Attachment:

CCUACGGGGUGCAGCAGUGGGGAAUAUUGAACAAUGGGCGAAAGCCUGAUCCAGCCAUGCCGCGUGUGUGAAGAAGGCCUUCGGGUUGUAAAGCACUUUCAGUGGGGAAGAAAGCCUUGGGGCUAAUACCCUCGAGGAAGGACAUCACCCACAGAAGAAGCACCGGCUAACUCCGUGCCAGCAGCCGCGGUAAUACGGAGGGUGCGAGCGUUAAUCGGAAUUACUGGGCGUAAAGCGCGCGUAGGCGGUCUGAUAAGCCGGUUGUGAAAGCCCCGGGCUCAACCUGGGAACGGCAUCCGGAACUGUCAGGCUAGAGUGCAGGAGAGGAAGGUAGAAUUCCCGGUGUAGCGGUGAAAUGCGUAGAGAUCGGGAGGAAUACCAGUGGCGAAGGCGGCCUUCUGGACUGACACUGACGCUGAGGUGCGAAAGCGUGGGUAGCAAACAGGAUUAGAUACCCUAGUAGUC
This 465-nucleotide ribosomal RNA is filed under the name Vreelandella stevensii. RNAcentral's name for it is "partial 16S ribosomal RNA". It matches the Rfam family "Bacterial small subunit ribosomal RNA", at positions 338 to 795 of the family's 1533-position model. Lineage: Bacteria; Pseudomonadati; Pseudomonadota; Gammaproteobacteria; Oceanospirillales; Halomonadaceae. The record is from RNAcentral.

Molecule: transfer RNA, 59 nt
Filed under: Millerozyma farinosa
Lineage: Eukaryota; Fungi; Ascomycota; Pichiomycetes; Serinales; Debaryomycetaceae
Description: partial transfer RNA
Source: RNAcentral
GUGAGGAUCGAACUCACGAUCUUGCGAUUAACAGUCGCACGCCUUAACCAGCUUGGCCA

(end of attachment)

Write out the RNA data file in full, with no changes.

CCUACGGGGUGCAGCAGUGGGGAAUAUUGAACAAUGGGCGAAAGCCUGAUCCAGCCAUGCCGCGUGUGUGAAGAAGGCCUUCGGGUUGUAAAGCACUUUCAGUGGGGAAGAAAGCCUUGGGGCUAAUACCCUCGAGGAAGGACAUCACCCACAGAAGAAGCACCGGCUAACUCCGUGCCAGCAGCCGCGGUAAUACGGAGGGUGCGAGCGUUAAUCGGAAUUACUGGGCGUAAAGCGCGCGUAGGCGGUCUGAUAAGCCGGUUGUGAAAGCCCCGGGCUCAACCUGGGAACGGCAUCCGGAACUGUCAGGCUAGAGUGCAGGAGAGGAAGGUAGAAUUCCCGGUGUAGCGGUGAAAUGCGUAGAGAUCGGGAGGAAUACCAGUGGCGAAGGCGGCCUUCUGGACUGACACUGACGCUGAGGUGCGAAAGCGUGGGUAGCAAACAGGAUUAGAUACCCUAGUAGUC
This 465-nucleotide ribosomal RNA is filed under the name Vreelandella stevensii. RNAcentral's name for it is "partial 16S ribosomal RNA". It matches the Rfam family "Bacterial small subunit ribosomal RNA", at positions 338 to 795 of the family's 1533-position model. Lineage: Bacteria; Pseudomonadati; Pseudomonadota; Gammaproteobacteria; Oceanospirillales; Halomonadaceae. The record is from RNAcentral.

Molecule: transfer RNA, 59 nt
Filed under: Millerozyma farinosa
Lineage: Eukaryota; Fungi; Ascomycota; Pichiomycetes; Serinales; Debaryomycetaceae
Description: partial transfer RNA
Source: RNAcentral
GUGAGGAUCGAACUCACGAUCUUGCGAUUAACAGUCGCACGCCUUAACCAGCUUGGCCA